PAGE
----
Like everything else, the art of negotiation starts by having a conversation. It’s about being respectful, finding common ground, knowing what you want and, most importantly, listening. A conversation between two lawyers can be complicated at best, but by employing a few techniques and tactics, it doesn’t have to be that way, says Marc Siegel of Siegel & Dolan Ltd.

  • Monthly Column

    Gray Matters: Decision Error

    Gray Matters

    Lawyers make hundreds of decisions during the course of advising a client, consummating a transaction or litigating a case. In this new column, dispute resolution experts Bob Creo and Selina Shultz explore the theory, science and practical aspects of how decisions are made in the legal community.

  • Acquiring Midstream Assets And Gas Agreements: Part 1

    Greg Krafka

    In the acquisition of natural gas gathering systems, processing plants and related midstream assets, a primary focus of legal due diligence will be the gas gathering and processing agreements associated with these assets. Terms and conditions governing service levels, fees, environmental costs, termination and other issues must be carefully reviewed before purchase, say Greg Krafka and Jim Strawn of Winstead PC.

  • Law Schools And Law Firms: Seeking Common Ground

    Randy Gordon

    What we don’t know is whether the teaching and practice of law are undergoing massive structural changes or we’re still digging out from the worst economic collapse since the Depression. But what we do know is that the missions of the most forward-looking law schools and law firms are converging in ways that were unimaginable 10 years ago, says Randy Gordon, a partner at Gardere Wynne Sewell LLP and executive professor of law at Te... (continued)

  • Employer Hope Amid Pending Wage And Hour Law Changes

    Daniel A. Krawiec

    While there is presently a sea of confusion and uncertainty swirling around U.S. Department of Labor overtime exemptions, employers can take solace in the fact that a recent decision from a Florida federal court demonstrates potential jurors are able to understand the proper use of exemptions and apply them fairly and to the benefit of employers accused of violating the Fair Labor Standards Act, says Daniel Krawiec of Hinshaw & Culbertson LLP.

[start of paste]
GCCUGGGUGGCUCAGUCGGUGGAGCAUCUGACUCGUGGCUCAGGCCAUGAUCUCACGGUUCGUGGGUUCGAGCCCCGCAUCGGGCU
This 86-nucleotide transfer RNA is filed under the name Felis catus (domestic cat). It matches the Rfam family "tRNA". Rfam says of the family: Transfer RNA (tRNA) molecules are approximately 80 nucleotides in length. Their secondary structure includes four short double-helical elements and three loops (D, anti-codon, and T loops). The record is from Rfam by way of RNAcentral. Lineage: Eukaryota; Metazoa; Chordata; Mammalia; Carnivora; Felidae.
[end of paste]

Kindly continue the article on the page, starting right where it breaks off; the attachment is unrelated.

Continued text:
• Not From Around Here? Trying A Case As An Out-Of-Towner

    William Oxley

    The importance of authenticity is magnified when trying a case outside your home jurisdiction. While using references to local landmarks or history can help make arguments relatable, adopting local expressions or style in an attempt to ingratiate oneself with the judge and jury almost always backfires, say William Oxley and Meghan Rohling Kelly of Dechert LLP.

  • Insureds Cannot Shift Burden To Identify Claimed Damage

    Summer L. Frederick

    The First District Court of Appeals in Houston recently ruled in League City v. Texas Windstorm that an insured cannot sue for breach of contract without attempting to communicate with its insurer. In light of League City and other recent decisions, attorneys who continue to manipulate the claims process do so at the peril of having their claims dismissed entirely, says Summer Frederick of Zelle LLP.

  • Texas Senate Bill 10 Would Adversely Affect All Insureds

    John R. Hardin

    Senate Bill 10, recently introduced in Texas, has been touted as legislation tailored to curb "hailstorm lawsuit abuse." However, this bill fails to reference hail or hailstorms, and would meaningfully and adversely impact the rights of all Texas policyholders, say John Hardin and Gilbert Perales of K&L Gates LLP.

  • Making Sense Of Potential DOL Fiduciary Rule Challenges

    David G. Tittsworth

    Much has been written about the U.S. Department of Labor’s conflict-of-interest rule and it has been the subject of intense debate. Some important milestones are only hours or days away and the likelihood of significant changes to the rule is approaching rapidly, says David Tittsworth of Ropes & Gray LLP.